The Ebstorf Map belongs to a group of maps known as the Mappae Mundi
The Ebstorf Map from the 13th century is the largest medieval map known . Although the original was lost during WW2 it is well documented by photos, lithographs and facsimiles. In 1951 -1953 three reproductions were created, one of which may be seen at the convent at Ebstorf, where the map was discovered in 1830.
The original map consisted of 30 single pieces of goat-skin, sewn together, measuring 3.5 x 3.5 metres, and rolled up. Although the map is part of the genre called “Mappa Mundi” (idealised representations of the known world) it differs by its sheer size and its compactness of information.
According to new research carried out by the Historian Gudrun Pischke it holds 2345 entries – 1500 pieces of texts, 845 pictures showing buildings (500), rivers lakes, seas and other waterways, islands (60), people (45) and animals (60). To this should be added numerous religious motifs.
Like all Mappae Mundi the map is oriented towards the east. The earth itself forms the body of Christ, as witnessed by his feat dangling below. In the centre we find a gold-framed presentation of the resurrection, located smack in the middle of Jerusalem.
The map is best seen as a visual encyclopaedia of the knowledge of the world ca. 1250. It covers theology, geography, biology, secular history and the history of salvation as well as myths and bestiaries.
As with other mappae mundi it is intensively debated what they were for. Were the maps meant to be objects of devotion, decoration, meditation, education? Neither is there in any sense agreement as to who might have made the map, although some believe the person responsible for the map was Gervase of Ebstorf, prior at Ebstorf from 1222 – 1234, alias the lawyer, courtier and author Gervase of Tilbury, ca. 1150 – ca. 1228.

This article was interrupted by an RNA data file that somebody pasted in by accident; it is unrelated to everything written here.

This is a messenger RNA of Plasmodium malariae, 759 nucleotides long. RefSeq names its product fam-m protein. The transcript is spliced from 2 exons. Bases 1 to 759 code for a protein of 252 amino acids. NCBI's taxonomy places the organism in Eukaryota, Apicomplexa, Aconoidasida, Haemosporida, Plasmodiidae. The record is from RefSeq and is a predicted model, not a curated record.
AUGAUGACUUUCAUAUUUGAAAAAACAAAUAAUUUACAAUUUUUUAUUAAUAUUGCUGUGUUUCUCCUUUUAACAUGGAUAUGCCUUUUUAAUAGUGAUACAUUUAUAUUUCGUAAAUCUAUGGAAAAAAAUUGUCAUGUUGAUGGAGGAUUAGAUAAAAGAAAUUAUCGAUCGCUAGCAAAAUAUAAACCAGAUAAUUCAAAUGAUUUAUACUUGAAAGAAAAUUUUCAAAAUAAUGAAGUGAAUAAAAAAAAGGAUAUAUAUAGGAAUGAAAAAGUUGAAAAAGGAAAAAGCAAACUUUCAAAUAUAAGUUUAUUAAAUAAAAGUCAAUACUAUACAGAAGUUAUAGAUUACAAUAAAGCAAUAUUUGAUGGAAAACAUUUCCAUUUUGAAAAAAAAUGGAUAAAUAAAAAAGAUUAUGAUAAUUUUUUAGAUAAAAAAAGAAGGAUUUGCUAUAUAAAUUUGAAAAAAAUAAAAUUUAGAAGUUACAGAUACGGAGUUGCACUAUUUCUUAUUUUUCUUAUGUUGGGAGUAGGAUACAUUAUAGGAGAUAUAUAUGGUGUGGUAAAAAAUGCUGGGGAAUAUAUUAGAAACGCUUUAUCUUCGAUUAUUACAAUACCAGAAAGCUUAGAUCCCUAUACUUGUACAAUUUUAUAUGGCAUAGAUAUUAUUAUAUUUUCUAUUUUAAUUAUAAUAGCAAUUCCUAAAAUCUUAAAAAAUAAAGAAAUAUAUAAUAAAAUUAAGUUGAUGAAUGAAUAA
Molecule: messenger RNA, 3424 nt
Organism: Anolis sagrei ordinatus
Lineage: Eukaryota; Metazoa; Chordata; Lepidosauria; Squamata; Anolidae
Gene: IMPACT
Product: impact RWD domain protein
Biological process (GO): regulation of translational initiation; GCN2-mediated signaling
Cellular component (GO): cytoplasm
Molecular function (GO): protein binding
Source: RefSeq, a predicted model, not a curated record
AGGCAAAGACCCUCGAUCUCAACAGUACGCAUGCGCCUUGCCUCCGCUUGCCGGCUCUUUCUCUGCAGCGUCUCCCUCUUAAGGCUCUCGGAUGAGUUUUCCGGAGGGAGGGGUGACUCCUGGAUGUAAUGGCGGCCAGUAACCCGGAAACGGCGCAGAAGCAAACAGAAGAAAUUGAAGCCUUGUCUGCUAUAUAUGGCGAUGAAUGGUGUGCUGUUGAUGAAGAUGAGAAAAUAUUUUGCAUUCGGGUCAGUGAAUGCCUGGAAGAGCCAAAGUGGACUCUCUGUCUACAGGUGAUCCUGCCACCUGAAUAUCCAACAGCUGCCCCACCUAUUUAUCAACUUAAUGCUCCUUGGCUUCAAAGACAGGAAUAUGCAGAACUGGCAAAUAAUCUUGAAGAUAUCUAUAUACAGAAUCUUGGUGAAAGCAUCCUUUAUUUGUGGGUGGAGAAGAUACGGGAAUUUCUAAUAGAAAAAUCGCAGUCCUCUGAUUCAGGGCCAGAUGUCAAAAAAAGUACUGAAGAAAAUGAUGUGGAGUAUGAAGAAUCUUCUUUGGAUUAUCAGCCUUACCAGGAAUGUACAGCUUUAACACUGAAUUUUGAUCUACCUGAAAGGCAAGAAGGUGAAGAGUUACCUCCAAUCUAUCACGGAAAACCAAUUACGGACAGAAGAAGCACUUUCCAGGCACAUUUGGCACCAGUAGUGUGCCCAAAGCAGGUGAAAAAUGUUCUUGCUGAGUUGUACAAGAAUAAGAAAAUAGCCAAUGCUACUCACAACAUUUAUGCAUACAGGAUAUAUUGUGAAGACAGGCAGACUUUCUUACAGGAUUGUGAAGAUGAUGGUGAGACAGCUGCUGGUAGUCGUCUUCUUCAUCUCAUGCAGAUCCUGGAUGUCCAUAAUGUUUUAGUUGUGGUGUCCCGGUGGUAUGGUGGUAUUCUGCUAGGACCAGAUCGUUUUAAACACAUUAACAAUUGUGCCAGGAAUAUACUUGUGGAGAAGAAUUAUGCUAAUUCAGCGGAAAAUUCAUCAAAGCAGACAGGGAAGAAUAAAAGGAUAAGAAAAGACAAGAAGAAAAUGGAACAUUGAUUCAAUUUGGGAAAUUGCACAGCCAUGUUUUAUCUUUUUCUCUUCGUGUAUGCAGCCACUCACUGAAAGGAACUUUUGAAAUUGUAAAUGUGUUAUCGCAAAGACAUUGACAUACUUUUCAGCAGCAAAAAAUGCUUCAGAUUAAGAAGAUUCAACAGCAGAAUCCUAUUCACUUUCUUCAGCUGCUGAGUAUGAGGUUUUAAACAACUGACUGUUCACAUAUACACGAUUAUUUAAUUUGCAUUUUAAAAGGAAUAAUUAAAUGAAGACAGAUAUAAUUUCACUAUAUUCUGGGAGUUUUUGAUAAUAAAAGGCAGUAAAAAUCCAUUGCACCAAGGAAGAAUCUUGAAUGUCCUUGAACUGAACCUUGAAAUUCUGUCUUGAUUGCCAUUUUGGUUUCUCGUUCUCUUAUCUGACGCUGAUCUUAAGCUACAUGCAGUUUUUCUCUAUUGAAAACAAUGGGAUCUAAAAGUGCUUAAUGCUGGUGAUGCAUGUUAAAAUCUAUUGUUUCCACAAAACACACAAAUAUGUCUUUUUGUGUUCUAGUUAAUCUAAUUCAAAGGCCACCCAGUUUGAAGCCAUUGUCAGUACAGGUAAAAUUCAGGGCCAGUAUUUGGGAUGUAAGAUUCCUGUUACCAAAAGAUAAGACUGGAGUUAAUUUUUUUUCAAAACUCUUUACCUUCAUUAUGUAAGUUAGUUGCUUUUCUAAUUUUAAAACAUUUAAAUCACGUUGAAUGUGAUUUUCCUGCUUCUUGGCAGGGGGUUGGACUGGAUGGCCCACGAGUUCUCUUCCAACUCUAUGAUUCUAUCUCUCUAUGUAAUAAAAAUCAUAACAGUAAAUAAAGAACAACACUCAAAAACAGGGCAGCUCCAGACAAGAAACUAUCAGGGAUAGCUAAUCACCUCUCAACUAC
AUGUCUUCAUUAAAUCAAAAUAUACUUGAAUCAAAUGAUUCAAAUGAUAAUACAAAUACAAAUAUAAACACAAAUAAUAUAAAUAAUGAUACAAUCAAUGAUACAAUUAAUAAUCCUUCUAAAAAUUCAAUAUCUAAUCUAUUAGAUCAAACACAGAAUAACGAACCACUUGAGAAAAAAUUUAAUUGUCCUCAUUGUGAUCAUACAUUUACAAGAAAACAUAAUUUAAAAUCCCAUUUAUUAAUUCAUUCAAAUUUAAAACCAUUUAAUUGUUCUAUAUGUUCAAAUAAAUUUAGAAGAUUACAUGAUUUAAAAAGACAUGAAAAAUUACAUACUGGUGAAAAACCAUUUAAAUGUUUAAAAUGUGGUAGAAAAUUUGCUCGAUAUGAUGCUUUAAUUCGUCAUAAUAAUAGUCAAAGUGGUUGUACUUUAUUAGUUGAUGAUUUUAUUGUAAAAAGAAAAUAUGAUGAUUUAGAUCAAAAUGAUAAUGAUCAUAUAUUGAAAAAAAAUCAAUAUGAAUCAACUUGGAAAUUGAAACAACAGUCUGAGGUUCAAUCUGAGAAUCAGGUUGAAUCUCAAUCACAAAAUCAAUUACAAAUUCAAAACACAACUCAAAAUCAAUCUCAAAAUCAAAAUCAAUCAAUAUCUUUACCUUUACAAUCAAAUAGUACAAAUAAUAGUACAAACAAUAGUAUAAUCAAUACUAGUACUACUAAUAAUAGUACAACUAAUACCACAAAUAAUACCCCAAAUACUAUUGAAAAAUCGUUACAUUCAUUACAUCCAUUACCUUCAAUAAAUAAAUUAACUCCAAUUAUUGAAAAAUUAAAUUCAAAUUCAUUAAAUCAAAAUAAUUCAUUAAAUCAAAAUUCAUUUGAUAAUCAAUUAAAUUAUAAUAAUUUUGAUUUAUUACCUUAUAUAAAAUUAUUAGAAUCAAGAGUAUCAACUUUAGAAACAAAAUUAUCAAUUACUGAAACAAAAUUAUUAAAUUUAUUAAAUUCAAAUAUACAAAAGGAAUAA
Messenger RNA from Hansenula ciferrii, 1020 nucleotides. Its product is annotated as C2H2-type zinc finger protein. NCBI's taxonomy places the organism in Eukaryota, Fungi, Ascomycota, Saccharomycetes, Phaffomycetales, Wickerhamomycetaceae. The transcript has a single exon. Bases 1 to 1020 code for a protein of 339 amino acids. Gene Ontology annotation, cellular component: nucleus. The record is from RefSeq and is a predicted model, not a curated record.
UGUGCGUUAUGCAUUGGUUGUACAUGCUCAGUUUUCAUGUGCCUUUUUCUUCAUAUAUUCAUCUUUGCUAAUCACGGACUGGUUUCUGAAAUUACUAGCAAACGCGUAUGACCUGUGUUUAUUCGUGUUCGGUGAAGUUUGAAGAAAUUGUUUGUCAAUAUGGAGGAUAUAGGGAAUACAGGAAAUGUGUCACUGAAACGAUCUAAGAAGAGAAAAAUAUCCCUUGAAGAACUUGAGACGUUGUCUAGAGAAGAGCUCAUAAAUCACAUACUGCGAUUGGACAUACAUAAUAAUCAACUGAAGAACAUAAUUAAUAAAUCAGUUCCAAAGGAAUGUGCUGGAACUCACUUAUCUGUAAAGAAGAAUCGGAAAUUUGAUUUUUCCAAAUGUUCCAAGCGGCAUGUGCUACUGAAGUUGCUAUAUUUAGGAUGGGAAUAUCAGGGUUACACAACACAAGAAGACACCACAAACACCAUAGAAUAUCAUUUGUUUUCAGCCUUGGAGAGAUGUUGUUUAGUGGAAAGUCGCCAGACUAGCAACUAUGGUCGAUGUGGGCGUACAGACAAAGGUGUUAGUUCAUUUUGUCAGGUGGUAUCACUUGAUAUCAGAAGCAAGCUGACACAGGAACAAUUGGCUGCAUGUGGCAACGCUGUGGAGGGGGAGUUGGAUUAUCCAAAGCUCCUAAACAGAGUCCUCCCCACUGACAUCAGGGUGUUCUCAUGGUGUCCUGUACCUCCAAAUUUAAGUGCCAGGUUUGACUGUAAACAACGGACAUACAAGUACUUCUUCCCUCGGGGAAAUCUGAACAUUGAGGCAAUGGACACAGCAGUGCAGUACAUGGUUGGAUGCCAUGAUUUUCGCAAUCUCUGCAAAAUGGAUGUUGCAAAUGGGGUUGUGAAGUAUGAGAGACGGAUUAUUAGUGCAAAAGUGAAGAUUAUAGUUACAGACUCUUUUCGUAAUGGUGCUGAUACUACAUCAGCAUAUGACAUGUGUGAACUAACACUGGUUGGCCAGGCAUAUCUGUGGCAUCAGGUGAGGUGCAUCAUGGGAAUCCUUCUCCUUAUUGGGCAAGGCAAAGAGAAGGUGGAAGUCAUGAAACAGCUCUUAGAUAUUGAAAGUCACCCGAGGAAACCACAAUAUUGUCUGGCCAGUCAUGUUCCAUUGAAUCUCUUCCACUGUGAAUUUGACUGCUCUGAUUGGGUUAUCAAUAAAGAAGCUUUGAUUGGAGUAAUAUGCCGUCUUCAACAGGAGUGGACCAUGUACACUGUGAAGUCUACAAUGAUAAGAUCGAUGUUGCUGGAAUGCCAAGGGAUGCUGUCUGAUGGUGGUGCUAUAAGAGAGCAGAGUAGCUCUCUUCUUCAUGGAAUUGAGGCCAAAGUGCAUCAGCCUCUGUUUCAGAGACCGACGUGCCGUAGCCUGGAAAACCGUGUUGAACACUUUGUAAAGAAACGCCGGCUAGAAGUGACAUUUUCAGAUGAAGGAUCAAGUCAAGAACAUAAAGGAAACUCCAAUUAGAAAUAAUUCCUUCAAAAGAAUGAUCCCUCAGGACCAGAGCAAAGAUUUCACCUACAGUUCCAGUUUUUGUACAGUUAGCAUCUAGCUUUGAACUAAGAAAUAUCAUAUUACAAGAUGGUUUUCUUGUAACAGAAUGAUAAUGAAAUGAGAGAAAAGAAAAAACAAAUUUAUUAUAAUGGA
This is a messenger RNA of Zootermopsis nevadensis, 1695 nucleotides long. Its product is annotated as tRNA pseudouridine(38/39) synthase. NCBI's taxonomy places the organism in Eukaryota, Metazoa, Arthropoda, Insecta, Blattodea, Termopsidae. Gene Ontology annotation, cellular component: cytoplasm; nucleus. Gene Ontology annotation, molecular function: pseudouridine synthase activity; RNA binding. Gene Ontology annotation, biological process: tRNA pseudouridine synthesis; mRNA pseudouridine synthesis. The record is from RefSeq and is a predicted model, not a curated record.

However, this identification rests primarily on the fact that Gervase is an uncommon name in Germany, the fact that his opus magnum – the Otia Imperialia: Recreation for an Emperor – reflects the same mixture of eclectic knowledge as the map, plus the fact that the monastery in Ebstorf, where the map was found, belonged to the premonstratensians, with whom Gervase of Tilbury is believed to have spent his last days as a canon.
Finally scientific analysis of eight different hands of scribes represented in the map and identified as active in the archive at Ebstorf has enabled a dating of the map to ca. 1300.
The Ebstorf Map: tradition and contents of a medieval picture of the world
By G. Pischke
In: History of Geo- and Space Sciences, 2014, Vol. 5, No. 2, pp. 149 – 154. (Open Access)
A high-resolution presentation with detailed commentary can be found at Die Ebstorfer Weltkarte. Here some of the pictures are identified by pop-ups while translation (into German) of the many texts is offered.
Die Ebstorfer Weltkarte: Kommentierte neuausgabe in zwei Bänden. Band I: Atlas. Band II: Untersuchungen und Kommentar
By Hartmut Kugler, Sonja Glauch, Antje Willing and Thomas Zapf.
Oldenbourg Akademieverlag 2006